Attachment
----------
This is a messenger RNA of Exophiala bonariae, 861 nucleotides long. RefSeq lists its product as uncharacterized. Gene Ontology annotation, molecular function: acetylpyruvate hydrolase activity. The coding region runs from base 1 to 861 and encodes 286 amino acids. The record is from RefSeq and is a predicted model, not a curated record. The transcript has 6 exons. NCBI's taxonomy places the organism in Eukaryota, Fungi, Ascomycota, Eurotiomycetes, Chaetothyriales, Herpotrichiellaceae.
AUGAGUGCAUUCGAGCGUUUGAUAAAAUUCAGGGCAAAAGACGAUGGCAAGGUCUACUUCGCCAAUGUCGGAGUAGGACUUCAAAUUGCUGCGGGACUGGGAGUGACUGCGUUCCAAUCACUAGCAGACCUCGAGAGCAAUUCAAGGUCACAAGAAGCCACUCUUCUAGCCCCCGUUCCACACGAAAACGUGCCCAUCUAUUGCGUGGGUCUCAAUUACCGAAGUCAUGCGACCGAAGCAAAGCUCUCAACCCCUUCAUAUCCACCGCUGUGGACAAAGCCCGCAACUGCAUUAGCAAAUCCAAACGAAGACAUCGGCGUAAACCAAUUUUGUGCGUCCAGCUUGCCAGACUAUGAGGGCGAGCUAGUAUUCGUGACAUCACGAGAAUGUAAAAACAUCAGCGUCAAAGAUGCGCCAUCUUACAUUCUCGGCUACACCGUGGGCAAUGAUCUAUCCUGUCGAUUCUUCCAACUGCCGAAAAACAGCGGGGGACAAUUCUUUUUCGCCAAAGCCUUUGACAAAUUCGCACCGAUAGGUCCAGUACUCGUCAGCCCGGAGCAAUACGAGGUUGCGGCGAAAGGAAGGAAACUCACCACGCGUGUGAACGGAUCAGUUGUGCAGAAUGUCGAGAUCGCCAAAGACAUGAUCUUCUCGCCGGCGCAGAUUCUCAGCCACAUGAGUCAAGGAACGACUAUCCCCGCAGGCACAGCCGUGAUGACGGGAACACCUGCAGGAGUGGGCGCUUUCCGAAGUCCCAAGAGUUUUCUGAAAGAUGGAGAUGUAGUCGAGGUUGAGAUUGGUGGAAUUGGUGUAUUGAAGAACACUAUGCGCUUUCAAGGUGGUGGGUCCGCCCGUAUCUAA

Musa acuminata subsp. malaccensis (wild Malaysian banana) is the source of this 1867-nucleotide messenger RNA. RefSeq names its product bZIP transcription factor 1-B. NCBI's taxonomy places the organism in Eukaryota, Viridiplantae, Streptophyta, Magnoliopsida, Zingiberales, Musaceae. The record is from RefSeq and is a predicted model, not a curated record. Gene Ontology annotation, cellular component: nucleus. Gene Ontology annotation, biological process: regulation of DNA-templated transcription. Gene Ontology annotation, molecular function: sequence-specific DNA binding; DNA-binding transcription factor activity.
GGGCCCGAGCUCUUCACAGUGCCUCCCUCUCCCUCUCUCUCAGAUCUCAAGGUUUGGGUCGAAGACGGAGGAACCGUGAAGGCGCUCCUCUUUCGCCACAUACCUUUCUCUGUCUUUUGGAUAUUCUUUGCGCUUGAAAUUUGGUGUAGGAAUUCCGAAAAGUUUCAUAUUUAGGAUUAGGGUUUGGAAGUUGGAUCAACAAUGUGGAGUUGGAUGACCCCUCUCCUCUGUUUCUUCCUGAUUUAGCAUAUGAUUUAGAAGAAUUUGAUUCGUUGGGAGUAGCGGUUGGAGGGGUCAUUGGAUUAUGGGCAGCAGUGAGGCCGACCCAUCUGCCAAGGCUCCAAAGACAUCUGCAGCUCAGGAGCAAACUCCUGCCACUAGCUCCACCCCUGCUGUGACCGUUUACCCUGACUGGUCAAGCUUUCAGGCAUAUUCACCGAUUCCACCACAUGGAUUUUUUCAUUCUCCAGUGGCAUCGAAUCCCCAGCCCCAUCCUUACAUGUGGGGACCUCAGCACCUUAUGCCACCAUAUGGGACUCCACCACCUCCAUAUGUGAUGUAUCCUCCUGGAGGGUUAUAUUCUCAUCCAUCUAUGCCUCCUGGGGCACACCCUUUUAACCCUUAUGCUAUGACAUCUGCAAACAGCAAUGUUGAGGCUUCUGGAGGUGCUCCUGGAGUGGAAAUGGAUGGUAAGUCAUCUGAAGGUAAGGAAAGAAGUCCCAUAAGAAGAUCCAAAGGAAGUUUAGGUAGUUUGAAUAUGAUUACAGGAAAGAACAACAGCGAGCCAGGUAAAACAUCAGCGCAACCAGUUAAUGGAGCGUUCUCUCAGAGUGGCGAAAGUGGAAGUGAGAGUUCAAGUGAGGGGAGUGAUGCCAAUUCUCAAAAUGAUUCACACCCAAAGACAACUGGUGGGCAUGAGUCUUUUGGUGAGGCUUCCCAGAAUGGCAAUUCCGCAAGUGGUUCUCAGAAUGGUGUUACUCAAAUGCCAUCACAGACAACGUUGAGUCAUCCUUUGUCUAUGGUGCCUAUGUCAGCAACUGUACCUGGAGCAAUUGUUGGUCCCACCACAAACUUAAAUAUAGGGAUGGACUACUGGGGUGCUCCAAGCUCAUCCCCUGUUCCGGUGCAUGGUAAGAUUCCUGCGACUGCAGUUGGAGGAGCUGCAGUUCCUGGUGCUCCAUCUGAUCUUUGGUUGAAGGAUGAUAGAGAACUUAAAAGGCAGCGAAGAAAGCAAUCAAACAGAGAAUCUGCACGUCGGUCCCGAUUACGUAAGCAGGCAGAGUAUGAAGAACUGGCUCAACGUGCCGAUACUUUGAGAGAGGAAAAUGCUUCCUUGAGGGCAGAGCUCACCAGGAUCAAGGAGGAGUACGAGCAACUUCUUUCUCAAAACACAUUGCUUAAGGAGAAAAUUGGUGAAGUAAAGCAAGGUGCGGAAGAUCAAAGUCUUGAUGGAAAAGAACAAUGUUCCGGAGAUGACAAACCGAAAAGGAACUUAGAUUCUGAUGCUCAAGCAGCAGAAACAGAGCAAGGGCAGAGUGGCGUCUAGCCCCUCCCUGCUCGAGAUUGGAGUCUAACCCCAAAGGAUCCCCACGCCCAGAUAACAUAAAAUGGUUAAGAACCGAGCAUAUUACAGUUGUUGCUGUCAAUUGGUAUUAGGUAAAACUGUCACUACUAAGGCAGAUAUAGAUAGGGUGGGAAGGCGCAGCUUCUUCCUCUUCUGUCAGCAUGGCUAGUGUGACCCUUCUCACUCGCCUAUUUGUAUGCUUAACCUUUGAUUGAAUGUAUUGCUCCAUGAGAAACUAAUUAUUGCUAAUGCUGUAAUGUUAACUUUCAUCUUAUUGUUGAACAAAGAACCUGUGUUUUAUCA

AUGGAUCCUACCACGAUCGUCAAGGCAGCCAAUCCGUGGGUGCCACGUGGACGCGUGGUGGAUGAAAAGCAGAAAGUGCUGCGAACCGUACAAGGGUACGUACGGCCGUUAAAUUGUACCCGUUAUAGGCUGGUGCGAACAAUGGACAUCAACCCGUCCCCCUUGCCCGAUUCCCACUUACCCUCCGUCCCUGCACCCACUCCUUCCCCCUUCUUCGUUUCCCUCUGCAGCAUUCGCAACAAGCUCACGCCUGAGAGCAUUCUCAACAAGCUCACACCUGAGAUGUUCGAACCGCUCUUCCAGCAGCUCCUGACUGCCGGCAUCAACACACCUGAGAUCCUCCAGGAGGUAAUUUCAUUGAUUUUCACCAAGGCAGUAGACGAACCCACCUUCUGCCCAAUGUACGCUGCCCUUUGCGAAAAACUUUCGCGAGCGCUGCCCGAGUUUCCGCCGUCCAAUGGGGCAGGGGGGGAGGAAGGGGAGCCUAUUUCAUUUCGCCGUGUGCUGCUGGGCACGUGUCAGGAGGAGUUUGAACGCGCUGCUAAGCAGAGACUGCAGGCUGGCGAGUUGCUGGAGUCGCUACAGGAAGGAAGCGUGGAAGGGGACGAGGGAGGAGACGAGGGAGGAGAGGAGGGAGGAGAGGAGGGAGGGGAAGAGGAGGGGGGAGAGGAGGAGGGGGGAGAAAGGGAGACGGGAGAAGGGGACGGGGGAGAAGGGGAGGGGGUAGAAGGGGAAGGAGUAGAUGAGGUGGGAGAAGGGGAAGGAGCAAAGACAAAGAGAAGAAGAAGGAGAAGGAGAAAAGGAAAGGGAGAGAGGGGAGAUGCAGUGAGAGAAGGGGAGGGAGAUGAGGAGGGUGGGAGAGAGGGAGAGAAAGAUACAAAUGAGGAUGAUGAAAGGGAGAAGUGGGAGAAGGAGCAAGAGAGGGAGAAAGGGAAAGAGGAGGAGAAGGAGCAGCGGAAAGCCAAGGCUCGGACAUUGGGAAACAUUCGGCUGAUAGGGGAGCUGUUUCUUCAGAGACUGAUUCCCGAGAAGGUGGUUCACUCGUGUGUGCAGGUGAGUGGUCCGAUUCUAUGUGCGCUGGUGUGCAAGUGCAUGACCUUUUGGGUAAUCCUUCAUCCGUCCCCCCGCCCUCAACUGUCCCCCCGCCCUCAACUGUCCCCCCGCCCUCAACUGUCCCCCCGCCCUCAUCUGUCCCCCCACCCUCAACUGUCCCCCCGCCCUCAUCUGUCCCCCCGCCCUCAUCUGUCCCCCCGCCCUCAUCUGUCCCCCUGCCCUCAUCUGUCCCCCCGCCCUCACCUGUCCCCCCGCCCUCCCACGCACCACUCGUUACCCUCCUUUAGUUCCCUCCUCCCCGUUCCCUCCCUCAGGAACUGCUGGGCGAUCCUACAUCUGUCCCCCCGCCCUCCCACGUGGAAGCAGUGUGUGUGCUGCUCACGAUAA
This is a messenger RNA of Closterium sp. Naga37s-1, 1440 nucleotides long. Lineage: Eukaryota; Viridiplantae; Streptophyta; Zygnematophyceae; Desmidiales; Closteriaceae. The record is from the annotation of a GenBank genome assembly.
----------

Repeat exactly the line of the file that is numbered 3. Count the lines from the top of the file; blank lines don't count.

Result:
Musa acuminata subsp. malaccensis (wild Malaysian banana) is the source of this 1867-nucleotide messenger RNA. RefSeq names its product bZIP transcription factor 1-B. NCBI's taxonomy places the organism in Eukaryota, Viridiplantae, Streptophyta, Magnoliopsida, Zingiberales, Musaceae. The record is from RefSeq and is a predicted model, not a curated record. Gene Ontology annotation, cellular component: nucleus. Gene Ontology annotation, biological process: regulation of DNA-templated transcription. Gene Ontology annotation, molecular function: sequence-specific DNA binding; DNA-binding transcription factor activity.